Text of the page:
Even when they are equipped with a new way of perceiving themselves and the “others”, the students enter into a collision course with their social surroundings and their “unquestionable truths” through their homes, neighborhoods, sectarian communities, political parties, and the media. In my opinion, peace education should be considered a public good and, as such, should be offered as a free service to all.
Youth represent the largest group in the region, and they are exposed to an increasing number of vulnerabilities, threats, and challenges. The lack of economic, educational, and leadership opportunities limits the youth’s full potential for contribution to their families and communities, and for sustainable development and peace.
Facing these challenges requires investment in youth education, active participation, visibility and empowerment. Such investment must target youth from all cultural and religious backgrounds, including young people from disparate communities, as well as young people with disabilities and vulnerable or marginalized youth.
Clearly, this investment will not be a waste, for a culture of peace is needed to build prosperous countries and inclusive societies, and this culture is not an unattainable ideal. It is a culture we can make, embody, and share.
By, Dr. Pamela Chrabieh, Director of SPNC Learning & Communication Expertise, University Professor, & Visual Artist.
Paying homage to my father Professor Naim Chrabieh who passed away on April 16, 2017.
SPNC was founded in Lebanon by the late Professor Naim Chrabieh in 1976 as full-fledged training sessions for university entrance exams. Professor Chrabieh was a pioneer in developing such sessions in the country which have acquired notoriety without equal, particularly training sessions for the St Josef University’s Schools of Medicine and Engineering entrance exams. A renowned physicist, peer educator, and producer of scientific knowledge, Professor Chrabieh combined excellence in academic communication with innovation in learning. He was a Civil Engineer, Dean of the Physics Science Department at Notre-Dame Jamhour’s College, and Professor of Physics at the School of Medicine at St Joseph University. In addition, he was the author of several scientific and pedagogical publications, as well as of national references in teaching and learning Physics.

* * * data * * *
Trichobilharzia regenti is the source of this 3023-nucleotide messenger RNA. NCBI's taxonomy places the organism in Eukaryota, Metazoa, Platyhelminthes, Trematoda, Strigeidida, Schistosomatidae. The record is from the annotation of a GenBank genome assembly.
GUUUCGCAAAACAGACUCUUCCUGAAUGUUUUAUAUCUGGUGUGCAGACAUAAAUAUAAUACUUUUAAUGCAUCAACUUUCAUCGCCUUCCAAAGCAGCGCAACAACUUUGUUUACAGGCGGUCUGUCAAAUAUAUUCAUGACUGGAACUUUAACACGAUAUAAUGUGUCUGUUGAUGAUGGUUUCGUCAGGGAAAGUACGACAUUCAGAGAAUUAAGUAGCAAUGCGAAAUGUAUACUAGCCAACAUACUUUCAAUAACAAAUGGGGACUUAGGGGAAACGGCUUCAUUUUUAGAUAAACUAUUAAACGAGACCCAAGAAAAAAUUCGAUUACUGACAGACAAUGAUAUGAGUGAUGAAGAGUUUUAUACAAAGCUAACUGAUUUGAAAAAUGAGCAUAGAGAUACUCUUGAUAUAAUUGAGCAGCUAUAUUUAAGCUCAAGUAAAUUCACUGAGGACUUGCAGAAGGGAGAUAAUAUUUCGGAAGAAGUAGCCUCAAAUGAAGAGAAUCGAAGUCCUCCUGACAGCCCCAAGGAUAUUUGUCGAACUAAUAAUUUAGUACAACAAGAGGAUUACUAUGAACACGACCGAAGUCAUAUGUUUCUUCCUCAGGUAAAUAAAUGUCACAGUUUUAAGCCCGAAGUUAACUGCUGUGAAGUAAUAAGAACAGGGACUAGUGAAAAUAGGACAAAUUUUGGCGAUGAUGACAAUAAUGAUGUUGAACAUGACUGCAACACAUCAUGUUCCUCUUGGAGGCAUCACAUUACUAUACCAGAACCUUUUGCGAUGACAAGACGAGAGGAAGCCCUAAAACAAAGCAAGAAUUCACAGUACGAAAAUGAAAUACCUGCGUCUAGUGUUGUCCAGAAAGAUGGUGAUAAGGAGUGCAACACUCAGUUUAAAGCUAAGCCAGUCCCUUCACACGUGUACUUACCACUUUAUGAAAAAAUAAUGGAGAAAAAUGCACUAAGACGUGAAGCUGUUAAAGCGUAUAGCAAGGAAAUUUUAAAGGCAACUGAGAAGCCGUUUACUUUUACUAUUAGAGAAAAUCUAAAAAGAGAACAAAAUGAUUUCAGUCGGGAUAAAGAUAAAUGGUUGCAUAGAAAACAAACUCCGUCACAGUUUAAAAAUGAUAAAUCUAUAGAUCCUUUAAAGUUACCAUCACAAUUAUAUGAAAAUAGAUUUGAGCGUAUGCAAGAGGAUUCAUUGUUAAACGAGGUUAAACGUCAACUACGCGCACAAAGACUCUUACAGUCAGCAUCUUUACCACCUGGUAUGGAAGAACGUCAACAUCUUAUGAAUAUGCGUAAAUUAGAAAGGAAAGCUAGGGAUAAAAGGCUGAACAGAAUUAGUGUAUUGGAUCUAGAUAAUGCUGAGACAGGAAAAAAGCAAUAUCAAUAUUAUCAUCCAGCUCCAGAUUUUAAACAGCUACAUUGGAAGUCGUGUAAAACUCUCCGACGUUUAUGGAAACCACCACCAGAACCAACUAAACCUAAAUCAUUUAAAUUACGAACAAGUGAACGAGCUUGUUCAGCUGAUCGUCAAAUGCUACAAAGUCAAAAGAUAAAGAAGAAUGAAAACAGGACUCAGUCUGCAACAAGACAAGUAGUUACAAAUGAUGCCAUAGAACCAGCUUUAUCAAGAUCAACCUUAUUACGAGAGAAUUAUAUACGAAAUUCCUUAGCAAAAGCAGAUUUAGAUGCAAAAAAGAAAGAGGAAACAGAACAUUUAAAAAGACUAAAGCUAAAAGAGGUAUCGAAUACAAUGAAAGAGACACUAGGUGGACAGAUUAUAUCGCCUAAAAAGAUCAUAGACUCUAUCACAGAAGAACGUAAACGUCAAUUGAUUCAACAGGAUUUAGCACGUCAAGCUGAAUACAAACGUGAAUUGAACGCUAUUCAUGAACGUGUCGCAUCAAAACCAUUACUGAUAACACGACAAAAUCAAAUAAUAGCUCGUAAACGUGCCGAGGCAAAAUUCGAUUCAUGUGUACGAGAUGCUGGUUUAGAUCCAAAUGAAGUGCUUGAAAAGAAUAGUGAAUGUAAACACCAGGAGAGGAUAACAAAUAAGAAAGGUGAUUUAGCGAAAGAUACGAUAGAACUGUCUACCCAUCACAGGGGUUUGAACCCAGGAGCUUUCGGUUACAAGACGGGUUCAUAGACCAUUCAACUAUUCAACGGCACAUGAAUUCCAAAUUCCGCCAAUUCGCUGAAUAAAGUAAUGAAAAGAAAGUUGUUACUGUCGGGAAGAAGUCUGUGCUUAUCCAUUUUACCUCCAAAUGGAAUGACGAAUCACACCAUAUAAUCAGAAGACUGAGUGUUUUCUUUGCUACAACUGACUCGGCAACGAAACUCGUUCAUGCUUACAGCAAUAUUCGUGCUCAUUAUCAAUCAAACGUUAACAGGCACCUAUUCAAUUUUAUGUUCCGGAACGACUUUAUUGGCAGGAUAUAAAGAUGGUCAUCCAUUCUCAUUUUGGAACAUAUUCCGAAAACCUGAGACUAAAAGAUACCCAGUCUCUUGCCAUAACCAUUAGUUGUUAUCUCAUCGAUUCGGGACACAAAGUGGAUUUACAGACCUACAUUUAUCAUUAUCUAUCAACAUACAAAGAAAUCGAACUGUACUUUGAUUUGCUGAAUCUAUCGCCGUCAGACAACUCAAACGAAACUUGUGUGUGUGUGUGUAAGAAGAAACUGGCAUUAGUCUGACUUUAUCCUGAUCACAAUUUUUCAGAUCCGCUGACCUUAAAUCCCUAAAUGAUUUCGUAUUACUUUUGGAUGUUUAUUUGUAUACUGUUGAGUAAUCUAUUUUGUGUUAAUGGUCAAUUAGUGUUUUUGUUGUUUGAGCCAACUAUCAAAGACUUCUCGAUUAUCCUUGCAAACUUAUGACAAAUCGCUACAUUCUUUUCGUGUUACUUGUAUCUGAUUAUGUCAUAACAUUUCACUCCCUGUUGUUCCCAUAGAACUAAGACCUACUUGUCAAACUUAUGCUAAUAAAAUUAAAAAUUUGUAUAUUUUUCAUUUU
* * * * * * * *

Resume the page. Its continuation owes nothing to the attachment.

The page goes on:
Au dîner du Vice-recteur aux Affaires Internationales et à la Francophonie de l’Université de Montréal Monsieur Guy Lefebvre et son équipe. Avec le Réseau des diplômés de l’Université de Montréal!
Un premier pas vers la création d’une association d’anciens de l’université au Liban.
Nikro, Norman Saadi; Hegasy, Sonja (Eds.). Palgrave, 2017
By Tsjalling Wierdsma, Master Student on Heritage and Memory Studies, University of Amsterdam. Fellow at EUROM (2018).
The Social Life of Memory: Violence, Trauma, and Testimony in Lebanon and Morocco, edited by Norman Saadi Nikro and Sonja Hegasy, is part of the larger Palgrave Studies in Cultural Heritage and Conflict Series, which focuses on themes such as heritage and memory of war and conflict, contested heritage, and competing memories. Contributors to the book include Joey Ayoub, Pamela Chrabieh, Brahim El Guabli, Ali Hamdan, Norah Karrouche, and Laura Menin. While the book focuses on the specific contexts of Lebanon and Morocco, in this short review I would like to reflect on some broader memory and heritage issues addressed in the book, while still keeping the particular contexts to which they refer and in which they were addressed in mind.
One of the main thematic parameters of the book concerns the interaction between, and “transformation of private memories into publicly shared memories, according to efforts claiming public acknowledgment and public redress” (2-3). Memory, in the process of this exchange, according to the authors of the book, “is acted on as a transformational site, a milieu, whereby social and political engagement takes place, situating memory as a public event” (3).